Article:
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Don't Look At It! Don't Touch It!

Don't Look At It! Don't Touch It!

United States of America
Children's literature
Troll Communications
Publication date
32 pages

Don't Look At It! Don't Touch It! is a 1996 American children's book written by Steve Patschke, illustrated by Julie Durrell, and published by the company Troll Communications.


The story centers around four young children name Sara, Sammy, Jenny, and Pete, and (according to the illustrations) an accompanying dog, during the holiday of Halloween. At the beginning of the book, they found a mysterious box reading "Don't look at it, don't touch it, don't open it!" in red capital letters, although, being naïve children, decided to open the box anyway. Inside of the box, they found a mysterious key which carried a message that read "Don't take four steps, don't turn right, don't follow the twisting trail!" So, they did the opposite of what the message said, and as they went down the trail they encountered a "spooky old house". The front door of the house was painted with a message reading "Don't walk up to it, don't unlock it, don't go inside!" So, again, they did exactly what the message told them not to do.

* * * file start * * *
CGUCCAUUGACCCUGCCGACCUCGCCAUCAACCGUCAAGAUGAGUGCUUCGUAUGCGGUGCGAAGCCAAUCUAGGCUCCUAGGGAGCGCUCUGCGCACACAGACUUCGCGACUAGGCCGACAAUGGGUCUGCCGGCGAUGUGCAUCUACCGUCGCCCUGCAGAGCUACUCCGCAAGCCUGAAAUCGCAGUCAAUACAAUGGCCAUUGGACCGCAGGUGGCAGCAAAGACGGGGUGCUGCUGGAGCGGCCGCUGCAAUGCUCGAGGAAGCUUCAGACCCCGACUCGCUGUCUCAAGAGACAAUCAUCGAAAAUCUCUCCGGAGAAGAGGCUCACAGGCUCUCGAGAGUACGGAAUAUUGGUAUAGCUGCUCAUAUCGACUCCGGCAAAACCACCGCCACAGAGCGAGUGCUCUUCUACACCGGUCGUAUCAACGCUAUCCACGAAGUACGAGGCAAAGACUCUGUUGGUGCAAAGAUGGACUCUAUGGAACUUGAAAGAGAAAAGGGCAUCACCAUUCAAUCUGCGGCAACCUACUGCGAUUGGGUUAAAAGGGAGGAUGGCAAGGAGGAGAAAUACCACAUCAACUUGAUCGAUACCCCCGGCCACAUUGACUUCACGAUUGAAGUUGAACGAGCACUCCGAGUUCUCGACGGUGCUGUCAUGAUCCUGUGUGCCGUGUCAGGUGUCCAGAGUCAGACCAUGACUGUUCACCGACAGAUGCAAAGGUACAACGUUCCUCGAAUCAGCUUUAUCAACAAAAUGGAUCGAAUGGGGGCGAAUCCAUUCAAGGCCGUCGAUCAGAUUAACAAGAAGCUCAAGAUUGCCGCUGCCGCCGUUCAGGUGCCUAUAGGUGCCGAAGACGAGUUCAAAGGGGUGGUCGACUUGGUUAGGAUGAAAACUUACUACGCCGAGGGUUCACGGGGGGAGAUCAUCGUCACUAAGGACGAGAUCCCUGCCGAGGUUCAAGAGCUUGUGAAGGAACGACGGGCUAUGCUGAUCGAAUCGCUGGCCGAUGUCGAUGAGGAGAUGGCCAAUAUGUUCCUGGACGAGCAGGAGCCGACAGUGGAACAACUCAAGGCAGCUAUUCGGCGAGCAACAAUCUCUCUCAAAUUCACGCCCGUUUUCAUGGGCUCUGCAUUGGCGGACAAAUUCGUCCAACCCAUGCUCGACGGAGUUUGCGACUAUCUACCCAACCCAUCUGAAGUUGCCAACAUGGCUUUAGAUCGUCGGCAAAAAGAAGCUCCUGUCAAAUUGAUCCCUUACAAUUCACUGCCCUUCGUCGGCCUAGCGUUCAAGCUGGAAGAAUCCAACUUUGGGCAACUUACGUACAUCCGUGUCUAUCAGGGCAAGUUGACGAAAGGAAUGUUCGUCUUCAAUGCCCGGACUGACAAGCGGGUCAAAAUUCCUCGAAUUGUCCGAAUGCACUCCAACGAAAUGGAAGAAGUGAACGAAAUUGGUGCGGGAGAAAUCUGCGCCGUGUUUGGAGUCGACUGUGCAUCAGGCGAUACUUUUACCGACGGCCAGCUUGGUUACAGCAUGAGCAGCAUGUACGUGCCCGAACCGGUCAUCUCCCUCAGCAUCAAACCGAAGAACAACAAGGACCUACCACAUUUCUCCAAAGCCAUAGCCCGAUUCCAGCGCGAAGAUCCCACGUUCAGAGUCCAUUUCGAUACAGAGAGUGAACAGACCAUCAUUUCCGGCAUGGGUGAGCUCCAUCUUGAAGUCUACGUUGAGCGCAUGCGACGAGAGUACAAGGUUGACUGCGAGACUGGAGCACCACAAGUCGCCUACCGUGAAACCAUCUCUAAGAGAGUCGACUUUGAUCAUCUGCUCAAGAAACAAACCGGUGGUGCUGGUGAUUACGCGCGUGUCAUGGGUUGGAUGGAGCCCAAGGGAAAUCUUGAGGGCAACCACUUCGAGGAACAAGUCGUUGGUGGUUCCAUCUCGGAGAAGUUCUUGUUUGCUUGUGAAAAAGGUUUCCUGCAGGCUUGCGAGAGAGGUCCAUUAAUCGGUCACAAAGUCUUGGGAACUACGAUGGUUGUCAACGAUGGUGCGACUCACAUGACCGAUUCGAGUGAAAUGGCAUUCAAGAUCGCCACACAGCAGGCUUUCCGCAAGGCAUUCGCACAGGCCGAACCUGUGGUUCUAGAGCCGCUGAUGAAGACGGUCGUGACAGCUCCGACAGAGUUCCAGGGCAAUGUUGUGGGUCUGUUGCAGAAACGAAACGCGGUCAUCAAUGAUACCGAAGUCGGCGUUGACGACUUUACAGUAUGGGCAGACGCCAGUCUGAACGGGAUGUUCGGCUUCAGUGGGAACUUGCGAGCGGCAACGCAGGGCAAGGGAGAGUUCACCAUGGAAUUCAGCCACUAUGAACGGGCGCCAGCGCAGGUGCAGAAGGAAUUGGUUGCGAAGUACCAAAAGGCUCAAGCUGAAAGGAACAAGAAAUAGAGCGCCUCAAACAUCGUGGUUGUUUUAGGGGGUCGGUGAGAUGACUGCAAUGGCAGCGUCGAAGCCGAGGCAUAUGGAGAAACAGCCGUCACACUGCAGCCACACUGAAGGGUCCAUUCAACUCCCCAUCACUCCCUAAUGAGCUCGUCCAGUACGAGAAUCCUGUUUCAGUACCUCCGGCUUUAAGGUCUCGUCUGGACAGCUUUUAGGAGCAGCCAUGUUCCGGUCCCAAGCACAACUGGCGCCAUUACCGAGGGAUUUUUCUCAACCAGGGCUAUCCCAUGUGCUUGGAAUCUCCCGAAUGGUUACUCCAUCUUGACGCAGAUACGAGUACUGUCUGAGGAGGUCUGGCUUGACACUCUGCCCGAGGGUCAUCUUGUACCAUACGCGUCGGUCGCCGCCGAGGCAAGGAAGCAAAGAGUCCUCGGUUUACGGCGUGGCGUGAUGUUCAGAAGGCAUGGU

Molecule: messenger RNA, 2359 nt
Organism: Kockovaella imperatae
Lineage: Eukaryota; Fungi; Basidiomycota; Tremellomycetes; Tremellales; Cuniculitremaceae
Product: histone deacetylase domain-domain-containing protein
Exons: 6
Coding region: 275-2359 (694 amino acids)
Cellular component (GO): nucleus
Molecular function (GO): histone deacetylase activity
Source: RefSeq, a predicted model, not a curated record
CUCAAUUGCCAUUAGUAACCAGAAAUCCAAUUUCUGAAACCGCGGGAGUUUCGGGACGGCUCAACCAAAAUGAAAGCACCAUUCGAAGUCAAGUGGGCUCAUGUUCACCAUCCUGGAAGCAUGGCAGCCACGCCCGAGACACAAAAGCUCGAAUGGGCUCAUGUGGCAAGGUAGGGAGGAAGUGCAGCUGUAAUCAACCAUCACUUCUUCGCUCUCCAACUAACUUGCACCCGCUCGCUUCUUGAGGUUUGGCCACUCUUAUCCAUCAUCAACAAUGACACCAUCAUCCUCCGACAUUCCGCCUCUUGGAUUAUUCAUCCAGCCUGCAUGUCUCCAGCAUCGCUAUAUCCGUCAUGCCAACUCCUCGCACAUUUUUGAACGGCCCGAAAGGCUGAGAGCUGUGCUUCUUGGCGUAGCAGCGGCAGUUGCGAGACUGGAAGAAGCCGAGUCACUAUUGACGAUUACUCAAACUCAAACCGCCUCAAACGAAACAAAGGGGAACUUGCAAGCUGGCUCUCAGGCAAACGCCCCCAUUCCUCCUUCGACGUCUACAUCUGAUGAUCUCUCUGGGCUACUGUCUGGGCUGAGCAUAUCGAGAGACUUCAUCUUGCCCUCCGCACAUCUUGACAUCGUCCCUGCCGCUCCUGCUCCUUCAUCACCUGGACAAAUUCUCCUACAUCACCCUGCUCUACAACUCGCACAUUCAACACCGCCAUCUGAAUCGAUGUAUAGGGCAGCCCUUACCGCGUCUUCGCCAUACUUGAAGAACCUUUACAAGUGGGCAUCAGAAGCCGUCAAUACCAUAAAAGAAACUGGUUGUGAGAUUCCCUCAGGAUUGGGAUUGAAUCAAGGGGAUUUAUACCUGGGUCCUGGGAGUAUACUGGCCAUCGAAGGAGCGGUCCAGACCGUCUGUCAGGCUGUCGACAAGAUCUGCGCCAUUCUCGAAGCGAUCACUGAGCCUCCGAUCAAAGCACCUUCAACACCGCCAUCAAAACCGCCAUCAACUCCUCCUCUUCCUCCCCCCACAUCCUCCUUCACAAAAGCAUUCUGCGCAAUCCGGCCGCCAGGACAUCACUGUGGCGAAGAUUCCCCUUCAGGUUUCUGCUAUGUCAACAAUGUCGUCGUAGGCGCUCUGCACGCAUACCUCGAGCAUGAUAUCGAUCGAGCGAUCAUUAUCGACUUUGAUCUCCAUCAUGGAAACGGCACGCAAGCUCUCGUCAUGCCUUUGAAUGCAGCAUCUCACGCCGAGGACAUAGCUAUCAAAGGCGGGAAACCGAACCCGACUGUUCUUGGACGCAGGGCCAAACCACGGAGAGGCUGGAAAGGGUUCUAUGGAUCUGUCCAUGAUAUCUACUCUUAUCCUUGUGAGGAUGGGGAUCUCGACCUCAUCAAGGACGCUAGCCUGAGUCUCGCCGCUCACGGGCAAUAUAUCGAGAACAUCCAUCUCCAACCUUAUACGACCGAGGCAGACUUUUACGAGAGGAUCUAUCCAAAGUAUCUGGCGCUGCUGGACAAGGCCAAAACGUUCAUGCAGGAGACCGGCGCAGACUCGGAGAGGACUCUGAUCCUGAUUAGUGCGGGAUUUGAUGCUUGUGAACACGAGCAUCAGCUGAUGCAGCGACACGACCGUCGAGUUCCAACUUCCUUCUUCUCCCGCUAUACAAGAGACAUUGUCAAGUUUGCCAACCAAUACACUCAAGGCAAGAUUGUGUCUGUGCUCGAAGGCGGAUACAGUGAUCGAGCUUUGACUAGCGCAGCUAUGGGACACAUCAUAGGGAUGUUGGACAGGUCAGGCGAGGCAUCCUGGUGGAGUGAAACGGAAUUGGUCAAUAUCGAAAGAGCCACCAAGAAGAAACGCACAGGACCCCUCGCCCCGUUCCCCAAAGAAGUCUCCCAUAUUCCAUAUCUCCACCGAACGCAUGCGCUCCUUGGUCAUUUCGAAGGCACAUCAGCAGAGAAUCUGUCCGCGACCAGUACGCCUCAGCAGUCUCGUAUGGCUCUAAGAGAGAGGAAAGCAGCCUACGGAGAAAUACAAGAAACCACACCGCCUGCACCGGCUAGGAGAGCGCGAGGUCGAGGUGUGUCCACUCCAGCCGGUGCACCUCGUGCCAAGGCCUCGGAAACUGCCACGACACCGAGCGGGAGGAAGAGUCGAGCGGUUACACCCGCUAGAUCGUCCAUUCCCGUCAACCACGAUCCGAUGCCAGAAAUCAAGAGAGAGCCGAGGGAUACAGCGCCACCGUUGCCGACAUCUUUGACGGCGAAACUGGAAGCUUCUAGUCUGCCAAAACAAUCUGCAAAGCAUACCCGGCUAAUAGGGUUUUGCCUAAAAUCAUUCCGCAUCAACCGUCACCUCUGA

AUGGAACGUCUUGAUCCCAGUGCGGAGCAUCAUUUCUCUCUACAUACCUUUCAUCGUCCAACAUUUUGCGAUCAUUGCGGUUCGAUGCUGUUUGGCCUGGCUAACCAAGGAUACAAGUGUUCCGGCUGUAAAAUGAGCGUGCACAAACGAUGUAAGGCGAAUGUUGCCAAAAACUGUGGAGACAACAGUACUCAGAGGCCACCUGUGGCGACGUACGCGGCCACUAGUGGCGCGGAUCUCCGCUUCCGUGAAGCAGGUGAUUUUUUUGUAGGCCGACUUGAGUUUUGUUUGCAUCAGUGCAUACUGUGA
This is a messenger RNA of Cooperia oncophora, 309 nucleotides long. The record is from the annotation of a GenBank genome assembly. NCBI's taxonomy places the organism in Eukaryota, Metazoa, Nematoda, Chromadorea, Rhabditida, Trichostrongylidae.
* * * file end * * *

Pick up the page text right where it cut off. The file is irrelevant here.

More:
As they continued to wander through the house, this system continued throughout the rest of the story, and additionally, Sammy, Jenny, and Pete each disappeared one occasion after another until Sara was adventuring alone. When the last of her friends had disappeared, Sara came across a door painted with a message reading "Don't do it, don't do it, don't dare open this door!" So she opened the door and peeked through it, and to her surprise, she found all of her friends, including Sammy, Jenny, and Pete, throwing a surprise Halloween party for Sara.


Steve Patschke was inspired to write the book while reading a part of another children's book in which a mother said to her child "Don't look at it! Don't touch it!" in response to her child being "bit by a bee". It suddenly came to him that the phrase could very well fit into a spooky children's book. In an interview, he said that the publishers of the book were very nice and that the illustrator, Julie Durrell, went through with a great majority of his suggestions. He also mentioned that the book took him about 20 minutes to write after the idea struck him in comparison to another book that he wrote, The Spooky Book, which took him two years to write, and that the overall reason he wrote the book, as he is not only an author but is also an elementary school librarian, was that children at his school wanted more spooky books in their school library. [1]


One reviewer said that the book was "full of suspense, and silly giggles, and play-acting, and all sorts of fun." [2] Another reviewer said that "the illustrations are colorful and help her children tell the story." [3] There are several reviews that have similar positivity to these, but overall, most reviewers have given the book a very high rating, especially admiring its plot and/or its illustrations.



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